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Three simple rules for buying a new laptop

Three simple rules for buying a new laptop

How much RAM do you need? How much storage? And how important is the processor, really?

This is the time of year when friends, family members, casual acquaintances, and people in the street stop me to ask about buying a new PC.

"What should I get?" they ask. "What do I need?" Also heard with increasing frequency: "Should I get a tablet instead of a laptop?"

Loaded questions, to be sure, but not difficult ones. A tablet can take the place of a laptop if all you do is browse the Web and read e-mail. If you need to get any serious work done, whether for school or business or just everyday life, a laptop is still the smarter choice. It gives you a keyboard, a bigger screen, copious amounts of storage, and compatibility with all your favorite software.

So, what kind of laptop should you get, and with what specs and features? I can make this really simple:

1. Get at least 4GB of RAM.

That's "four gigabytes of memory" for those who don't speak PC. Anything less and your system will run like molasses--something to keep in mind as Black Friday deals roll around. Many "doorbuster" laptops will have only 2GB of RAM, and that's just not enough.

2. If you can afford it, get a system with an SSD.

That's short for "solid-state drive," which has no moving parts and therefore runs faster, generates less heat, and consumes less power than a traditional hard drive. You'll pay a premium for an SSD and end up with less storage space, but how much do you really need? Most folks I know rarely fill up more than 100GB.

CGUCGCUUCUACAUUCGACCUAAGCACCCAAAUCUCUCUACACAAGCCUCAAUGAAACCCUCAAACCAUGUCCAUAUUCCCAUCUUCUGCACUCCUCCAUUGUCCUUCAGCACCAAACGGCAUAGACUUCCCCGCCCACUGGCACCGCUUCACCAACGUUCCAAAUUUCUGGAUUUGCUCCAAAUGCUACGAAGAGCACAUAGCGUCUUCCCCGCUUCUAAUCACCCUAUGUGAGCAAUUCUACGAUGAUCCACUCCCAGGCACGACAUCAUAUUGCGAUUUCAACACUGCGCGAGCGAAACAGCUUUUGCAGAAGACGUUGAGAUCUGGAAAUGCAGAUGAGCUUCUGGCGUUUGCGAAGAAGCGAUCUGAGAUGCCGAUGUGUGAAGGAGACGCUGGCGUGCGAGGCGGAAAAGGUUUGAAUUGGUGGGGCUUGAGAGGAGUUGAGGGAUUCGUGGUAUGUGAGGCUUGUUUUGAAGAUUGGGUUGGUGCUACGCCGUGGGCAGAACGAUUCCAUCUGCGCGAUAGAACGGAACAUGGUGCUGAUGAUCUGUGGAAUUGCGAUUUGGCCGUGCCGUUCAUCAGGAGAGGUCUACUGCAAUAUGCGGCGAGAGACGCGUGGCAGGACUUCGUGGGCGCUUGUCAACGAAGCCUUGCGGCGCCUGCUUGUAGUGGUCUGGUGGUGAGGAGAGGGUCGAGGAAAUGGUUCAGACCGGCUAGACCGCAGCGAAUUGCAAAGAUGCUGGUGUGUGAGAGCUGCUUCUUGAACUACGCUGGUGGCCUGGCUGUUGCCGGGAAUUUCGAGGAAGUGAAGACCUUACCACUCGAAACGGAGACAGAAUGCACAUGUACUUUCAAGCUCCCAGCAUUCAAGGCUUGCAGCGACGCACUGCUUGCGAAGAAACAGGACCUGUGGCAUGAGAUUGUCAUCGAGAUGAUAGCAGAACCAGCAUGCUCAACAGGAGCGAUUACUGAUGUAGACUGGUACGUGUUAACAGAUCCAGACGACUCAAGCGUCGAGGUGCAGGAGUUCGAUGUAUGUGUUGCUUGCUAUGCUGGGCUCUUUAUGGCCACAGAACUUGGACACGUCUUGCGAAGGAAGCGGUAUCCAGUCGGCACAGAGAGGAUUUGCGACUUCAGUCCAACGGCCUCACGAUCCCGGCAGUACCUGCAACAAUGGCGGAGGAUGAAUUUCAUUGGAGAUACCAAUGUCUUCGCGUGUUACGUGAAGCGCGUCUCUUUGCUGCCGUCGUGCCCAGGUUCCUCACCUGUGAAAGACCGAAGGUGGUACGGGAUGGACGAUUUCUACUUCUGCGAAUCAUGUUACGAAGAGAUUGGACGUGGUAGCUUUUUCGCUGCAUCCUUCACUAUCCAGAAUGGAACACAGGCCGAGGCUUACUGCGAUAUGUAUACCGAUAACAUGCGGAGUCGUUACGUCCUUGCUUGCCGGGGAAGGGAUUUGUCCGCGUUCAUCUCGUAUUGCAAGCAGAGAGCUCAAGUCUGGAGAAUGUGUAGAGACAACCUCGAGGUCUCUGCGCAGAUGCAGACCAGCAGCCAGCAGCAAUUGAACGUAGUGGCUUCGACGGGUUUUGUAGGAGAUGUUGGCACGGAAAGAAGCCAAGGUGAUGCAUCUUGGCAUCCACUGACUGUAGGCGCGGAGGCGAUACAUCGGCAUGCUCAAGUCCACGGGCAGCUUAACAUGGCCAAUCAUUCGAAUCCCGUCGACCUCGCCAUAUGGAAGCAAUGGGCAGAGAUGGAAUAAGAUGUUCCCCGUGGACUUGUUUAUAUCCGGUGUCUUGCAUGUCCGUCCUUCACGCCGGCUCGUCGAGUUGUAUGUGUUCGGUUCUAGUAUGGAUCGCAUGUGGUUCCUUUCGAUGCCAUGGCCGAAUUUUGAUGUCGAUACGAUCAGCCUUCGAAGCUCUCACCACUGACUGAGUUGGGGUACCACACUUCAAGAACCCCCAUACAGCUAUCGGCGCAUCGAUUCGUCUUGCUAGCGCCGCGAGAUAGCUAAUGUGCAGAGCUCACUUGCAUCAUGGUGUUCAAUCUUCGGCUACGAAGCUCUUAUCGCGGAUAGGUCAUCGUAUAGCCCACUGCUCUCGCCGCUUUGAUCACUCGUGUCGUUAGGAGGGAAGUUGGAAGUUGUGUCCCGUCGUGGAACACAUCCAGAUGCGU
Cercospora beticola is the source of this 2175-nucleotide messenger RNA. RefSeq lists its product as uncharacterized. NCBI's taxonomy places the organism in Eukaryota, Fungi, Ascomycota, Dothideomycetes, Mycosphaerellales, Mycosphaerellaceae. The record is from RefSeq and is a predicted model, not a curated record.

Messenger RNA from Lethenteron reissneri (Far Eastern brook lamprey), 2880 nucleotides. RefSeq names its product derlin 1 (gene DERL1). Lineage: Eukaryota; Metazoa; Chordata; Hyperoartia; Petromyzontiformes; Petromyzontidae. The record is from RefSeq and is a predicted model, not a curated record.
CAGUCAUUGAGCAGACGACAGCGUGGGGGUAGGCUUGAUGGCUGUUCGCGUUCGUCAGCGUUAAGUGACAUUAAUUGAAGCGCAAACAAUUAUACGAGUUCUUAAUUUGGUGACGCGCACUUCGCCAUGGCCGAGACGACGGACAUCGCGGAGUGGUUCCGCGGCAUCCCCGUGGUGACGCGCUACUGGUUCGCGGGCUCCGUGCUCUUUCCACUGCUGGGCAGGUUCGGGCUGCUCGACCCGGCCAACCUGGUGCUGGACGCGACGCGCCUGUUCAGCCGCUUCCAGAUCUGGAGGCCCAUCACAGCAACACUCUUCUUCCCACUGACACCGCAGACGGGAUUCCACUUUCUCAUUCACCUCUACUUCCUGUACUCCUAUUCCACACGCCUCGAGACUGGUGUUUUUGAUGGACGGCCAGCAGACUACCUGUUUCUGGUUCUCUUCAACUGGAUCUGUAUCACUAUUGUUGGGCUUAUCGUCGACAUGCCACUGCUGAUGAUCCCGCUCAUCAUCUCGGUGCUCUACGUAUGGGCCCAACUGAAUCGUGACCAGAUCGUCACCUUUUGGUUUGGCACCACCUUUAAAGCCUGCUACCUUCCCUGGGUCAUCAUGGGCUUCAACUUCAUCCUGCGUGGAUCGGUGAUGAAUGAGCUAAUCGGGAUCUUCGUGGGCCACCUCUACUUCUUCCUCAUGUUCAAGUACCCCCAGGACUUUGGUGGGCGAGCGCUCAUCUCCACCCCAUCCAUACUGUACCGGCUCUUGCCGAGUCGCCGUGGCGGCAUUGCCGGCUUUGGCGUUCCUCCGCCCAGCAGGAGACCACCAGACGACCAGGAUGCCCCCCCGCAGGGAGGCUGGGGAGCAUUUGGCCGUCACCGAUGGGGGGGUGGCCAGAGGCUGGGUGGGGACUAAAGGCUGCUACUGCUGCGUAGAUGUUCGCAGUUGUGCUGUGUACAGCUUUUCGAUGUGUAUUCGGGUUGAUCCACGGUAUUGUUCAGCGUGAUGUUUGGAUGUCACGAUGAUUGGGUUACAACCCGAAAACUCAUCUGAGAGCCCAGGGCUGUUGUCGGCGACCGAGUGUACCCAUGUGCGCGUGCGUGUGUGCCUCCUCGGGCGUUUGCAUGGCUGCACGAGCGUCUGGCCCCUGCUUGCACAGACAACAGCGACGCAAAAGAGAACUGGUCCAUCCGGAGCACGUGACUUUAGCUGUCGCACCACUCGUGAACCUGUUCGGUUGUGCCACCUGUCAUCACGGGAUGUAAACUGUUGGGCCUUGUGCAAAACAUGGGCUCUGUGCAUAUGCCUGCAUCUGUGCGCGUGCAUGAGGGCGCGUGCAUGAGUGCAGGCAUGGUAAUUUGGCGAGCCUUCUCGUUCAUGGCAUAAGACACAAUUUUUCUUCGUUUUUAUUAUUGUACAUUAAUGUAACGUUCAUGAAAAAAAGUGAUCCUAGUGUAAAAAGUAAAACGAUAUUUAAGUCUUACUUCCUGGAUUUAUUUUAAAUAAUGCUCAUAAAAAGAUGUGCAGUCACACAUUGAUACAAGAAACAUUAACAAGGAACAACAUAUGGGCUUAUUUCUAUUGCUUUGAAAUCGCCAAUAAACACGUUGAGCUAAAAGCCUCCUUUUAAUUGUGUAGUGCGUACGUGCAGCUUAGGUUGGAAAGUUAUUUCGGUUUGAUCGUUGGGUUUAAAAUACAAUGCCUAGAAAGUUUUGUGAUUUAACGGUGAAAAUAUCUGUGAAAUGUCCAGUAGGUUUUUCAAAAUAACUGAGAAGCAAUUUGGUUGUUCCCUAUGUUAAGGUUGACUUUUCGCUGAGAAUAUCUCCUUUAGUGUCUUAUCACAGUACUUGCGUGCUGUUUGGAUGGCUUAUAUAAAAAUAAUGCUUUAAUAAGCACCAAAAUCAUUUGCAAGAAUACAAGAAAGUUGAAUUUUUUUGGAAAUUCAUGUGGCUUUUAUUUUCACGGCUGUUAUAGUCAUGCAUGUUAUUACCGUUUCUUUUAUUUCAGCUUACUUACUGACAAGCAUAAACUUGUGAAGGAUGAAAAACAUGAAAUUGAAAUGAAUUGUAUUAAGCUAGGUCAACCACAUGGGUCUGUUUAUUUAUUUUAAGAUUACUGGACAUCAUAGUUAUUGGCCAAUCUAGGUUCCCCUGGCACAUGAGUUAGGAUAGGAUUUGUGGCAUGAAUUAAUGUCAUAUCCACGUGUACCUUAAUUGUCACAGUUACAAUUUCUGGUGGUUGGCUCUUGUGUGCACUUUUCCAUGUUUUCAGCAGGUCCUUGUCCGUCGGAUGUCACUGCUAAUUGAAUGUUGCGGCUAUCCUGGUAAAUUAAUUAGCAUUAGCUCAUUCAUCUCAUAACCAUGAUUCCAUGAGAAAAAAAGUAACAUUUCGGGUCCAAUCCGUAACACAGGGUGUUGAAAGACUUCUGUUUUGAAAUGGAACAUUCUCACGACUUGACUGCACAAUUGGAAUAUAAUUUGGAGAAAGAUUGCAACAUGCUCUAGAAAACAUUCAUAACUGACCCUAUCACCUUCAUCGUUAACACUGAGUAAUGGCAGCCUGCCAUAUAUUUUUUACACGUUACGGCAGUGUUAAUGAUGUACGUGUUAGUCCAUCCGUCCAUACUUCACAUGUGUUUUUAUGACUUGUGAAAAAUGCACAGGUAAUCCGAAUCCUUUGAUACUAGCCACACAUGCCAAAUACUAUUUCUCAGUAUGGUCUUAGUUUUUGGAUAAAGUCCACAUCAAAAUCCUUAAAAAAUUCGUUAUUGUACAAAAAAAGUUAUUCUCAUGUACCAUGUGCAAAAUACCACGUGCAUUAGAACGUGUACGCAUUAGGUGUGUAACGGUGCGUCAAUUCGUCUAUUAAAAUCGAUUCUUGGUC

Indeed, although a 128GB SSD may seem like a downgrade compared with, say, a 500GB hard drive, the speed benefits alone are worth the extra money.

3. Try before you buy.

Although brick-and-mortar tech stores are few and far between these days, there are still places where you can go and browse laptops in person. And that's something you should definitely do.

Sure, you can shop online based on specs and price, but you owe it to yourself to test-drive the keyboard. And the trackpad. Make sure they're comfortable and responsive. Likewise, check the screen: is it glossy and therefore heavy on the glare? Whenever possible, try to lay hands on a laptop before buying it.

One more "rule."

Notice that I didn't mention the procesor. Unless you're doing heavy-duty video editing or playing a lot of graphics-intensive games, the processor just isn't the big factor it used to be. They're all pretty fast nowadays.

As for brands, I have similar feelings: they're all pretty good nowadays. That said, it's always a good idea to do your homework, starting with PC World's Reliability and Satisfaction surveys.

What other advice would you give to someone shopping for a new laptop?

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